LOS ANGELES (Reuters) - You drive a hybrid, eat organic, and are passionate about recycling. But how green is your love life?
Think about those lovely Valentine’s Day roses and the environmental costs of growing them and the carbon miles involved in flying them in from faraway lands.
And what about used condoms, tossed into the toilet and making their way into sewers that perhaps pollute the ocean?
If an ecologically sustainable life between the sheets hasn’t crossed your mind, you’re still a “total environmental neophyte”, according to author Stefanie Iris Weiss.
But help is on the way with Weiss’s new handbook “Eco-Sex”, which leaves no stone unturned in its mission to bring the bedroom front and center into the battle to save the planet.
“I have always wanted to write a sex book. I am a very committed greenie, and I have been a vegetarian for 20 years. I saw a gap in the market and I couldn’t believe no one had written about this topic,” Weiss, 38, told Reuters.
“I think green sex is having its moment right now. I think it is the next big thing in green. People are realizing that their every day, most intimate habits, are deeply connected to this horrible crisis we are in,” she said.
“Eco-Sex” will land on retail bookshelves on March 31 by Ten Speed Press.
From hand-cranked sex toys (and websites where old battery-driven devices can be recycled) to healthy, eco-friendly underwear (bamboo) and dating sites for ecological warriors, “Eco-Sex” aims to show readers how to reduce the carbon footprint of their love life -- and have fun doing it.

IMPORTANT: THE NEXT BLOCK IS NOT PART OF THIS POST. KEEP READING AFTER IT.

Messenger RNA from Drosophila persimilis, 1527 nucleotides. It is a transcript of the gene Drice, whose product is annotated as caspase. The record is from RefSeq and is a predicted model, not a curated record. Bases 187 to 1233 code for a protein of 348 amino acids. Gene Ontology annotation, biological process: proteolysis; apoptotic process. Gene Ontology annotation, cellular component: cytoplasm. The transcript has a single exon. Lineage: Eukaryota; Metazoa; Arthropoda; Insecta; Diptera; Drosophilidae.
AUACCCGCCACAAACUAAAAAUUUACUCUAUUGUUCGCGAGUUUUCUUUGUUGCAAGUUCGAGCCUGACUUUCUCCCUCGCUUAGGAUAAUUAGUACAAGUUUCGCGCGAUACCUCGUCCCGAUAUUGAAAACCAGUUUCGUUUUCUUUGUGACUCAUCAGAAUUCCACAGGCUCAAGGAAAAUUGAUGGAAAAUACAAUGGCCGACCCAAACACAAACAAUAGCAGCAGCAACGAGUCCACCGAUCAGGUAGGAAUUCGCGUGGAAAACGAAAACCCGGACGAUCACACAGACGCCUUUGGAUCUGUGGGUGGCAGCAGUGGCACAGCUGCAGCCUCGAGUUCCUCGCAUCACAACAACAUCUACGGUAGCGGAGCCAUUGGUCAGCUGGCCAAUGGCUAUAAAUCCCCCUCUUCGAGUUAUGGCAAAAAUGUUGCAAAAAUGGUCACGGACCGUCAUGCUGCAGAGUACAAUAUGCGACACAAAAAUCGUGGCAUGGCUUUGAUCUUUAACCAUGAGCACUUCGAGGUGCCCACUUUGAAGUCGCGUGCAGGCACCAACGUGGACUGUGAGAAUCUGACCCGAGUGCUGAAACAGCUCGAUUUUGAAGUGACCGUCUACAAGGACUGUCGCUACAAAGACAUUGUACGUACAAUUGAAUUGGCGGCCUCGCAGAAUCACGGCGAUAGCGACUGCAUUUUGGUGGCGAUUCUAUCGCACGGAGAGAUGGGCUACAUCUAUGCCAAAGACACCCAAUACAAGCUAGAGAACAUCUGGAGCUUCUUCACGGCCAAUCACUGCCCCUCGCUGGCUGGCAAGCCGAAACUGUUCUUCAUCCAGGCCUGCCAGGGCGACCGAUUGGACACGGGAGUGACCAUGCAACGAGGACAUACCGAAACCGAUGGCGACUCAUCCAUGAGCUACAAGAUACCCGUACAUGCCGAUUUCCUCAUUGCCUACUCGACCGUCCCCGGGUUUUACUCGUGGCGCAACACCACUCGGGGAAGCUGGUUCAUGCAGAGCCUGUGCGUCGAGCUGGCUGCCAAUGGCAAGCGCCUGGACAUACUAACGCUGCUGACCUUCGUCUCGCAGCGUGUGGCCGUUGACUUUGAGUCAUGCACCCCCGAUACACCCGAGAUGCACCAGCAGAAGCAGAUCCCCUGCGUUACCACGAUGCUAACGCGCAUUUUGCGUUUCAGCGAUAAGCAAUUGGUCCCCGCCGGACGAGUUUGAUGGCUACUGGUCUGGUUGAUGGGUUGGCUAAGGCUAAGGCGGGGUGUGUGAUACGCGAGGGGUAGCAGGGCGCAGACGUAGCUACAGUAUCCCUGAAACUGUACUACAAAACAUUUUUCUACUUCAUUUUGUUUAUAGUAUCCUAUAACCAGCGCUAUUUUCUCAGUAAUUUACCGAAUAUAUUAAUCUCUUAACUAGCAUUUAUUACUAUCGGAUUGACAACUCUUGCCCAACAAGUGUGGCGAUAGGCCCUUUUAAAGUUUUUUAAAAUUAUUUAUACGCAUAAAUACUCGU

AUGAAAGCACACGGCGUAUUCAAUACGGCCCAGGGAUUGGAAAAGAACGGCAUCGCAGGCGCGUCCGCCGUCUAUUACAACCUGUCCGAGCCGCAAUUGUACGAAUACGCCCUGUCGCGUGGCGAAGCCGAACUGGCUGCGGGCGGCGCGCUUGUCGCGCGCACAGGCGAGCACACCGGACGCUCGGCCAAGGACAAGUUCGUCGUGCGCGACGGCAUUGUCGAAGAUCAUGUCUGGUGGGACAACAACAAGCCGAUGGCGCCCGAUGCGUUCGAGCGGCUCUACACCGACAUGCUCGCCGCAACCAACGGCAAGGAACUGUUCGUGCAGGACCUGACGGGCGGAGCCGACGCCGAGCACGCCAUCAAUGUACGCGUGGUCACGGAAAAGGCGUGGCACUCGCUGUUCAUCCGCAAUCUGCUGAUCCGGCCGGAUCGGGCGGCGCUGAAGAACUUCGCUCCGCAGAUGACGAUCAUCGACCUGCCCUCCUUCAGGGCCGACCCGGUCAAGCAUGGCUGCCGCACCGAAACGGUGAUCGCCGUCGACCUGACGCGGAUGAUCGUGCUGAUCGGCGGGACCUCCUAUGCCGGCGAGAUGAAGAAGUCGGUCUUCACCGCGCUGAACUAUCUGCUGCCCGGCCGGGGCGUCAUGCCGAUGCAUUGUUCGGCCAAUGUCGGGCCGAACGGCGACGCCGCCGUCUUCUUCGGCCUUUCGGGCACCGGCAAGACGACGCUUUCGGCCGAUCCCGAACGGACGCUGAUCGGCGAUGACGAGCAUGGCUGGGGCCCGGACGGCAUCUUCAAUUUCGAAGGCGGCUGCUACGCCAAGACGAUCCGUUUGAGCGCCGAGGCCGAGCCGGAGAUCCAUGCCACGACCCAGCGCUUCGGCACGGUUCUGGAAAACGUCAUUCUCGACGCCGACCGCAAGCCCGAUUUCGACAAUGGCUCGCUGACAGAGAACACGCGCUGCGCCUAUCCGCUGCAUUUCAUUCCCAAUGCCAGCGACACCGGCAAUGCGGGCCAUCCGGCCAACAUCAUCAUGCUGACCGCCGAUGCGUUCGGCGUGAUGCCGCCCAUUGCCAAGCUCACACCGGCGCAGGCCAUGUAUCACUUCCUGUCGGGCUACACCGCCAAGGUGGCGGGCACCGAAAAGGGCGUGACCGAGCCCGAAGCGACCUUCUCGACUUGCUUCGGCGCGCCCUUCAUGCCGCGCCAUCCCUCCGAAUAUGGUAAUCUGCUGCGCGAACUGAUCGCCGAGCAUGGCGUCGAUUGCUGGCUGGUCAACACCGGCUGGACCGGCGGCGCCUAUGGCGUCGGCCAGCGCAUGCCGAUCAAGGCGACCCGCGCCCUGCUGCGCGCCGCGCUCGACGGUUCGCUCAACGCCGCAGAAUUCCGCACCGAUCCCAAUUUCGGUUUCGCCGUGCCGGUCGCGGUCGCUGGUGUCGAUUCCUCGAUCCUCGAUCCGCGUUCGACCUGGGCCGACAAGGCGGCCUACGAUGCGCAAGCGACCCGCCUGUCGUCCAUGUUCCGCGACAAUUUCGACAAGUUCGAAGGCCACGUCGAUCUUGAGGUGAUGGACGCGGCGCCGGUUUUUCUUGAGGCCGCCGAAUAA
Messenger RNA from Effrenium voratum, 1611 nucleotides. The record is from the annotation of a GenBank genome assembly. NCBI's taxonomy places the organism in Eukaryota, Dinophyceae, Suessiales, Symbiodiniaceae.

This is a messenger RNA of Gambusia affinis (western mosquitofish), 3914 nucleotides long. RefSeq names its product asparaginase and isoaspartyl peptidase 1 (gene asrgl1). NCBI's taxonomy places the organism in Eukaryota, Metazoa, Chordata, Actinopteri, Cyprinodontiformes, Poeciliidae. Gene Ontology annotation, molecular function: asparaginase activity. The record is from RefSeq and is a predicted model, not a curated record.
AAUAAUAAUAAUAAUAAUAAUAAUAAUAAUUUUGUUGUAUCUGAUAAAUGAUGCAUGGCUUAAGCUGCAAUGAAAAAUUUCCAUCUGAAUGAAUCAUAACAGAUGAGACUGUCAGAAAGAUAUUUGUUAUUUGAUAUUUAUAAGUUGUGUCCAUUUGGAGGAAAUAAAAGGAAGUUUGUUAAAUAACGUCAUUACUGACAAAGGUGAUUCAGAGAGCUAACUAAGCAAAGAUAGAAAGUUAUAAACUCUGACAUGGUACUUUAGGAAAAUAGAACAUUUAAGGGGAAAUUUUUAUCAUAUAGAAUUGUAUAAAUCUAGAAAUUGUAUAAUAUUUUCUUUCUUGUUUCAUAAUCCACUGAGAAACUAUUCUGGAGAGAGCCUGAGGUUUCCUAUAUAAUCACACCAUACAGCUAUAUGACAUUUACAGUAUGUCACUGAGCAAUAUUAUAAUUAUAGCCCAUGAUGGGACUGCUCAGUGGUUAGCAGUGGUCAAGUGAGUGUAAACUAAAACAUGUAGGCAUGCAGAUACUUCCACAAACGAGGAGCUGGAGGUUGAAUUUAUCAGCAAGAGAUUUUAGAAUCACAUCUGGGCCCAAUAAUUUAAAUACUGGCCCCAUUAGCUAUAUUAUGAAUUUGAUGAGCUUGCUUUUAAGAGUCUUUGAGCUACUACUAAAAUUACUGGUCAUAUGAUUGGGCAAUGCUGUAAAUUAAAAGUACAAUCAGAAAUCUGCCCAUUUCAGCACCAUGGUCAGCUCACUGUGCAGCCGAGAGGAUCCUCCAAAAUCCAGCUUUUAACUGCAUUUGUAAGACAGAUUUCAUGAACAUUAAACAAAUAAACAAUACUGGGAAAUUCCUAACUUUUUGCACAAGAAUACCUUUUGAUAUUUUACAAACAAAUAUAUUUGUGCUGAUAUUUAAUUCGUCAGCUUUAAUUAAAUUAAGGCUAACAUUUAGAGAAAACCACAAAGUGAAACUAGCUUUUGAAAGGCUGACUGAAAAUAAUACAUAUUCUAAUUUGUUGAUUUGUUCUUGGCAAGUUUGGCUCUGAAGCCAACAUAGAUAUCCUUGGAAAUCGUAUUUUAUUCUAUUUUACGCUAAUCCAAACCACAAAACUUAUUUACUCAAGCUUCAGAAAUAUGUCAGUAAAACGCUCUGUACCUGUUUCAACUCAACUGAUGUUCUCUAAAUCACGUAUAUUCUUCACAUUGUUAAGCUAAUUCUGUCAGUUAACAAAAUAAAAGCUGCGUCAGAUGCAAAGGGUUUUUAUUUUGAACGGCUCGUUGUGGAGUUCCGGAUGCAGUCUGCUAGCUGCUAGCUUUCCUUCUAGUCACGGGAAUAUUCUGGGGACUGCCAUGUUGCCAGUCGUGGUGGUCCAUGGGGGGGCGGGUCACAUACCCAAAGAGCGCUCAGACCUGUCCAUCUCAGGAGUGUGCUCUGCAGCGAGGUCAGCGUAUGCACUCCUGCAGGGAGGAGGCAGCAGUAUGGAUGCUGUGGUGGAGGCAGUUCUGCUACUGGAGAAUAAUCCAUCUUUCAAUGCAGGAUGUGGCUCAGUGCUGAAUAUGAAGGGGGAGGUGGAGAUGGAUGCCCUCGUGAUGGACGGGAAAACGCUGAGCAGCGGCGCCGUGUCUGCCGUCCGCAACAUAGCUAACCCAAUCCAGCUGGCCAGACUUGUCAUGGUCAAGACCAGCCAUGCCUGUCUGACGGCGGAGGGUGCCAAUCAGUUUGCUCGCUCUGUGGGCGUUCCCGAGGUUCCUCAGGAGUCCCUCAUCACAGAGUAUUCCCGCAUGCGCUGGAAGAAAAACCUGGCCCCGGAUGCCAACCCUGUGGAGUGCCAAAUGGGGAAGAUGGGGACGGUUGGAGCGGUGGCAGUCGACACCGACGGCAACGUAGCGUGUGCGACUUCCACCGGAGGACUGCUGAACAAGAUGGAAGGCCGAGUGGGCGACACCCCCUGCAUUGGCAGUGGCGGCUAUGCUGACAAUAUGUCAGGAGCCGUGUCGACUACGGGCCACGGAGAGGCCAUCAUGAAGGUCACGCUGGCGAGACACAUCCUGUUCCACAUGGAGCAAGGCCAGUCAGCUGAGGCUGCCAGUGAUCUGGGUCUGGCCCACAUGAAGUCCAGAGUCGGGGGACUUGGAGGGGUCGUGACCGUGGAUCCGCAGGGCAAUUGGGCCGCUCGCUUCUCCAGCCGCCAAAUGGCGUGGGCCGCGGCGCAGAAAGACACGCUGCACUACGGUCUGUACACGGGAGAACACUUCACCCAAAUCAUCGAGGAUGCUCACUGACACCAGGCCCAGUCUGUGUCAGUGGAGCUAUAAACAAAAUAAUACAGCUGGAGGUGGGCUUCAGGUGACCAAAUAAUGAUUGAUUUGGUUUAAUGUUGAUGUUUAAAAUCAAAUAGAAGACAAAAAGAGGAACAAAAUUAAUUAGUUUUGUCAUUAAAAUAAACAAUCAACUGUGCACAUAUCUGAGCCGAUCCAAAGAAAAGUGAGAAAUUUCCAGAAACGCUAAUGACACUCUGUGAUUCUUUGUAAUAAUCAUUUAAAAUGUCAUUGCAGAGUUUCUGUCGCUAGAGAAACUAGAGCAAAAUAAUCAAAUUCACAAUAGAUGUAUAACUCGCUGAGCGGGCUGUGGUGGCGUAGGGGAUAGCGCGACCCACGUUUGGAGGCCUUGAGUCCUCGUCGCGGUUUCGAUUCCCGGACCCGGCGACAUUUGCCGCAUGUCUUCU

Weiss, who says she either tried out or reviewed every item in the book, interviewed raw food chefs to get recipes for aphrodisiac meals for two, suggests the ideal first eco-date (biking), and recommends natural latex mattresses (but warns they are less bouncy than those made of springs, coils and synthetic foam).
She finds a vast range of natural or organic cosmetics, condoms made of latex that are also biodegradable, and resources for eco-sexy bling -- because neither diamonds nor gold are a self-respecting green girl’s best friend.
“It was the most fun I have ever had researching a book in my life,” she said.
As for flowers for your sweetheart -- the true eco-sexual would grow them in the backyard, or at least buy them locally from a farmers’ market.
Weiss admits that “some people are going to make fun of the notion of eco-sex. I expect that.”
She says eco-sex doesn’t have to be tame, adding you can be passionate in bed and about Mother Earth “without coming off like you’re (a 1960s hippie) trapped on the set of ‘Hair the Musical.'”
Despite all the fun replacements for essential accessories in the dating game -- like plain old baking soda instead of chemical-heavy commercial teeth whiteners -- there is a serious side to “Eco-Sex”.
With the planet headed toward a population of around nine billion oxygen-swilling, carbon-emitting people by 2040, according to the United Nations, the ultimate carbon offset is to choose sex that does not result in having babies.
“The No. 1 thing people can do to be an eco-sexual is to have fewer kids, or have none at all,” said Weiss, who is childless.
If that sounds outrageous, just give a thought to the 90 percent of the estimated diapers sold each year that end up in landfills. Or how the carbon footprint of one extra person far outweighs all the energy-saving lightbulbs you’ve installed.
“I think over-population is an important conversation for people to have. It is something people think about in terms of third world countries. But it is also a conversation that would benefit us in America to have,” she said.
Editing by Bob Tourtellotte